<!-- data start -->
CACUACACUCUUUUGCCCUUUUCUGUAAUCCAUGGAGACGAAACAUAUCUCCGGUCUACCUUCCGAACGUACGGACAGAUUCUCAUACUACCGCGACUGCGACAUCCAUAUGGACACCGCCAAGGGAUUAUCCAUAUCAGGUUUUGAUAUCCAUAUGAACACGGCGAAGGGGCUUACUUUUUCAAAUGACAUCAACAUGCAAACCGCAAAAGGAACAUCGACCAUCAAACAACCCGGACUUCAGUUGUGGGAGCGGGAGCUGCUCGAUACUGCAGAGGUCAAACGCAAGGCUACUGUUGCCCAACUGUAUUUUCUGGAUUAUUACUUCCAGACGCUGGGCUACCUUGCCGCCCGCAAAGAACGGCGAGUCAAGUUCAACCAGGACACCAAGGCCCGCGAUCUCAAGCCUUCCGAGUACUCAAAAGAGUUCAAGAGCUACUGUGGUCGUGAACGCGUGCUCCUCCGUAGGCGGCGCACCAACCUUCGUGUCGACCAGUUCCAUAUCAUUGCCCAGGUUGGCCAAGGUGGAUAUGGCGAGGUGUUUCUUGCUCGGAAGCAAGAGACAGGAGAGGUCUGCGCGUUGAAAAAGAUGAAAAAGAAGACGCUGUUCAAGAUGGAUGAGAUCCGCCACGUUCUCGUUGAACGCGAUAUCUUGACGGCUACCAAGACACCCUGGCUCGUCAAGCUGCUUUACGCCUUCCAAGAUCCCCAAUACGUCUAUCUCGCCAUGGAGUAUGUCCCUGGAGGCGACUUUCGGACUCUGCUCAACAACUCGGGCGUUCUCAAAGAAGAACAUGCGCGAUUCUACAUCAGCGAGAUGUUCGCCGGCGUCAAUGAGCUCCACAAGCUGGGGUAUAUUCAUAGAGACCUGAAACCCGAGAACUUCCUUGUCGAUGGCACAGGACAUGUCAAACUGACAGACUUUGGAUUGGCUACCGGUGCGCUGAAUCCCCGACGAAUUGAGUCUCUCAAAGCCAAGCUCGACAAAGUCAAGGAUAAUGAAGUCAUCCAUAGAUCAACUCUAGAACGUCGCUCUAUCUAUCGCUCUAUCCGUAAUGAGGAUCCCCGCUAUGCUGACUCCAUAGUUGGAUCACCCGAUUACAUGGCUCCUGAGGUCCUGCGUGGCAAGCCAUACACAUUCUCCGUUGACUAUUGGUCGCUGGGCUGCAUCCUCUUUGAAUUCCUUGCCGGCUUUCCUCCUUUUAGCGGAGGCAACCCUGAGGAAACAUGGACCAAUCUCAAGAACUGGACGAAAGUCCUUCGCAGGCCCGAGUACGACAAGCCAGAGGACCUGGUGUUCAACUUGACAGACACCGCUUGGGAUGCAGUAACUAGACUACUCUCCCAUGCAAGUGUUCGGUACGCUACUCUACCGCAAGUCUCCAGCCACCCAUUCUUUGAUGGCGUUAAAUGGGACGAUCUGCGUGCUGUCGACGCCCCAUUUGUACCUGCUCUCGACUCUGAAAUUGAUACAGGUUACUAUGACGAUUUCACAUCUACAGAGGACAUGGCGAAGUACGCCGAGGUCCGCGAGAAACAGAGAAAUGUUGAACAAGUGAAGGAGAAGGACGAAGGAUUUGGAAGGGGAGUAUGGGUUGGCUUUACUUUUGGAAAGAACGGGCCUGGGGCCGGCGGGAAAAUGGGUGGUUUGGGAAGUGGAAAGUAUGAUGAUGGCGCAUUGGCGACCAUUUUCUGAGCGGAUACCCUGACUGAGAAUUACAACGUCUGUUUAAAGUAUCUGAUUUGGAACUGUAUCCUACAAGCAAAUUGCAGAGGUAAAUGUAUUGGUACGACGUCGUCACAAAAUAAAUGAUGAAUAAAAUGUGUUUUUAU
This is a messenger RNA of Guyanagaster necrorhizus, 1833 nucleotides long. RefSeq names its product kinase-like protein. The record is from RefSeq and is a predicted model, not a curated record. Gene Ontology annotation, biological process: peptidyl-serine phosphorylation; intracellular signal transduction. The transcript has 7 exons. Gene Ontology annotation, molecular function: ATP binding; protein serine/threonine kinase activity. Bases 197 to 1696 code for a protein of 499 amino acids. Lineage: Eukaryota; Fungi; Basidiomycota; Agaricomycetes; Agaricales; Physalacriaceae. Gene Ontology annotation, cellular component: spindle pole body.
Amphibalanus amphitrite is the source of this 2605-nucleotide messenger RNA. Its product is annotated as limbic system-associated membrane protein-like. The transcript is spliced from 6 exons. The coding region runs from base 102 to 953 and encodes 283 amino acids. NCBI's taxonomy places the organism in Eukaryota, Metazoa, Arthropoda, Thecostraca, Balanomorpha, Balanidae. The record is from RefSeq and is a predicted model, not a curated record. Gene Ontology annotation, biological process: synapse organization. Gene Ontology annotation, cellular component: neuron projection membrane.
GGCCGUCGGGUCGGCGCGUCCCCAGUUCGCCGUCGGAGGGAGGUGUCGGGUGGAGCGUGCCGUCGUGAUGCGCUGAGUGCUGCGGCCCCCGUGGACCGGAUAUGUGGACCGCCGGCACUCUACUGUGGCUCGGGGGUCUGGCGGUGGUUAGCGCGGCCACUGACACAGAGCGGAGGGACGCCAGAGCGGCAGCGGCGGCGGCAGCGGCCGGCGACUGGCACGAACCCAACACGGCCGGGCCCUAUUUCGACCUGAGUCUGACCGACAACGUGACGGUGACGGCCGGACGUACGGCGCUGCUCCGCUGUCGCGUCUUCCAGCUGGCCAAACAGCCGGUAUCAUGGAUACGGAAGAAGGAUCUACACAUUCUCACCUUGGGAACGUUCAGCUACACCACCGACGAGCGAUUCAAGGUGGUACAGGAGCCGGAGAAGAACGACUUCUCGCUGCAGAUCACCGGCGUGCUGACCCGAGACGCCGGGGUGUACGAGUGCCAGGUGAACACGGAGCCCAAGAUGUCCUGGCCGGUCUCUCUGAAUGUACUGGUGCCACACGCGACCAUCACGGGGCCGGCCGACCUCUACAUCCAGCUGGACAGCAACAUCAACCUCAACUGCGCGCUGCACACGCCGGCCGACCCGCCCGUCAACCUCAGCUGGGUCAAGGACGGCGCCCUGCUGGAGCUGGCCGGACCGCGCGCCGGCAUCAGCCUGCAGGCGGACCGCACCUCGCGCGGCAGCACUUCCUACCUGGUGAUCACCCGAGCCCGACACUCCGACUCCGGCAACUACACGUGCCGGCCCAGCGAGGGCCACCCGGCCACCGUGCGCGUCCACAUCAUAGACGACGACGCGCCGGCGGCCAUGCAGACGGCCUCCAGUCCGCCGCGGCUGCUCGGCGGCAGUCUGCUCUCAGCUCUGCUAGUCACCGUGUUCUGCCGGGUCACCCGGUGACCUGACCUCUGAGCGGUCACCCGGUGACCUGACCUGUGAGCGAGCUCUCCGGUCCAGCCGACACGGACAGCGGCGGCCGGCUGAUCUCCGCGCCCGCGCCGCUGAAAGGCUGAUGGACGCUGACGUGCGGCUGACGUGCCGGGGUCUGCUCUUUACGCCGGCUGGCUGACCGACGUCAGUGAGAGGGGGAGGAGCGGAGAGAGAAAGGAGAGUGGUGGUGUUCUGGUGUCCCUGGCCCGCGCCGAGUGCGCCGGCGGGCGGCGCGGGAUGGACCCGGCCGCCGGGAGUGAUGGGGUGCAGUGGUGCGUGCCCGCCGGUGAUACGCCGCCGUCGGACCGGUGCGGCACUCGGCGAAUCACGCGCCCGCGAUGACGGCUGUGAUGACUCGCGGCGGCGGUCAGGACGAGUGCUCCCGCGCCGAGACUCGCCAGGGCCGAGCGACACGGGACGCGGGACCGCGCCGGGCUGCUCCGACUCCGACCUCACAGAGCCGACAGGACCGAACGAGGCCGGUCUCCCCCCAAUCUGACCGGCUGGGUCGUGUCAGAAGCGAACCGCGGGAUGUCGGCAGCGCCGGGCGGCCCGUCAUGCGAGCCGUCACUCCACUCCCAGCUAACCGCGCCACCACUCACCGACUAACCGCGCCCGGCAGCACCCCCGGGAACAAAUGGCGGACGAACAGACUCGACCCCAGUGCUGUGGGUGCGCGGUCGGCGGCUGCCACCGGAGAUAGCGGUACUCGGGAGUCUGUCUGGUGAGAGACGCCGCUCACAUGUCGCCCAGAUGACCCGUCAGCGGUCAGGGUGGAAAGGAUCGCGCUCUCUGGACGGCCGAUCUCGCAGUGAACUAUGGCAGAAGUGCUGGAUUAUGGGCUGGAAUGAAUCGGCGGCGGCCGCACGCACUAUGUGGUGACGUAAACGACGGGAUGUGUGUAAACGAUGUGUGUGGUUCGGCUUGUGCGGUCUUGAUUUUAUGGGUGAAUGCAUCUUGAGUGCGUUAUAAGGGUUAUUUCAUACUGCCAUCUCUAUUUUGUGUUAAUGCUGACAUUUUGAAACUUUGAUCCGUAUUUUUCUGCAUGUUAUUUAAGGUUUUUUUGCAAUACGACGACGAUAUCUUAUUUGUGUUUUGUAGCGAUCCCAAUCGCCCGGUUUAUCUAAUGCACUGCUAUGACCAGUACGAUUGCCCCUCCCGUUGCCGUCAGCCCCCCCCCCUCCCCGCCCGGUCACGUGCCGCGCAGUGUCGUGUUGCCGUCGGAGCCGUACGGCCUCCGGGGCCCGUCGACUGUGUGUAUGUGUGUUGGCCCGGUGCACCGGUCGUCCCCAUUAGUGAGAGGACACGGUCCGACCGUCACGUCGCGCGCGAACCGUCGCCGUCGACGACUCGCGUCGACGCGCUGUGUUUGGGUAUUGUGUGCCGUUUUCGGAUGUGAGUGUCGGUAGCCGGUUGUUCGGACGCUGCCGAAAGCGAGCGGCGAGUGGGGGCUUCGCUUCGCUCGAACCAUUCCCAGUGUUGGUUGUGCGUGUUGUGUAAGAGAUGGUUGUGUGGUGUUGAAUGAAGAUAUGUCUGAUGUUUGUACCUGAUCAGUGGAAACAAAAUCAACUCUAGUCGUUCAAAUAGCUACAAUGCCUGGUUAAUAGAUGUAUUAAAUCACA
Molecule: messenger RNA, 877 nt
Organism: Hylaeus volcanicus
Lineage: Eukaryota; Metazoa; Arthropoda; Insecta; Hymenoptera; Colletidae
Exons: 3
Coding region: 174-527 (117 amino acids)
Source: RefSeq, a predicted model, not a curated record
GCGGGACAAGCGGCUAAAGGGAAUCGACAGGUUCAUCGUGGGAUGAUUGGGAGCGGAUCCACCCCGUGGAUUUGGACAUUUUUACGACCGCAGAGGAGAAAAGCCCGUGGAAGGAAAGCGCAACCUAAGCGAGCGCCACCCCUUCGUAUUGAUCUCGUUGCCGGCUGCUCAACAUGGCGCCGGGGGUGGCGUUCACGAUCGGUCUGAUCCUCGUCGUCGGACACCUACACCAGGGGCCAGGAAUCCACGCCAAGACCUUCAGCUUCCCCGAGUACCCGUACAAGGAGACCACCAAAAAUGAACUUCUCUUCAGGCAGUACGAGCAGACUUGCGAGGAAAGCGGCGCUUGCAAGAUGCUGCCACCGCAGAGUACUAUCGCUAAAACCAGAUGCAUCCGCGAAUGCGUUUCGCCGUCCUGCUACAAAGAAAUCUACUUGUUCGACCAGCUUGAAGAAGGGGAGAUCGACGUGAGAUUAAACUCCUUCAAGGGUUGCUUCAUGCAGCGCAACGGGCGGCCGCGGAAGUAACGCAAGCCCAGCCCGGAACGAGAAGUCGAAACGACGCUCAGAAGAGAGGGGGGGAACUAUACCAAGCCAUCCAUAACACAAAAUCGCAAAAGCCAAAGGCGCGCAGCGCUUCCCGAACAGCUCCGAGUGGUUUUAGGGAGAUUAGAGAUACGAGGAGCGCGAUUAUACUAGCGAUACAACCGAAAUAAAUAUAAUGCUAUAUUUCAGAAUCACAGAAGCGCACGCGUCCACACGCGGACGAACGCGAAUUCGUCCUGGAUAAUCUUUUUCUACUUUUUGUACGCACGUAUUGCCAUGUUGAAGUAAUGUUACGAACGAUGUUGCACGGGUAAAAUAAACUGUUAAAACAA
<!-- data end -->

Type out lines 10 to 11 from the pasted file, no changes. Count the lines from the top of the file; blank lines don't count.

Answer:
Source: RefSeq, a predicted model, not a curated record
GCGGGACAAGCGGCUAAAGGGAAUCGACAGGUUCAUCGUGGGAUGAUUGGGAGCGGAUCCACCCCGUGGAUUUGGACAUUUUUACGACCGCAGAGGAGAAAAGCCCGUGGAAGGAAAGCGCAACCUAAGCGAGCGCCACCCCUUCGUAUUGAUCUCGUUGCCGGCUGCUCAACAUGGCGCCGGGGGUGGCGUUCACGAUCGGUCUGAUCCUCGUCGUCGGACACCUACACCAGGGGCCAGGAAUCCACGCCAAGACCUUCAGCUUCCCCGAGUACCCGUACAAGGAGACCACCAAAAAUGAACUUCUCUUCAGGCAGUACGAGCAGACUUGCGAGGAAAGCGGCGCUUGCAAGAUGCUGCCACCGCAGAGUACUAUCGCUAAAACCAGAUGCAUCCGCGAAUGCGUUUCGCCGUCCUGCUACAAAGAAAUCUACUUGUUCGACCAGCUUGAAGAAGGGGAGAUCGACGUGAGAUUAAACUCCUUCAAGGGUUGCUUCAUGCAGCGCAACGGGCGGCCGCGGAAGUAACGCAAGCCCAGCCCGGAACGAGAAGUCGAAACGACGCUCAGAAGAGAGGGGGGGAACUAUACCAAGCCAUCCAUAACACAAAAUCGCAAAAGCCAAAGGCGCGCAGCGCUUCCCGAACAGCUCCGAGUGGUUUUAGGGAGAUUAGAGAUACGAGGAGCGCGAUUAUACUAGCGAUACAACCGAAAUAAAUAUAAUGCUAUAUUUCAGAAUCACAGAAGCGCACGCGUCCACACGCGGACGAACGCGAAUUCGUCCUGGAUAAUCUUUUUCUACUUUUUGUACGCACGUAUUGCCAUGUUGAAGUAAUGUUACGAACGAUGUUGCACGGGUAAAAUAAACUGUUAAAACAA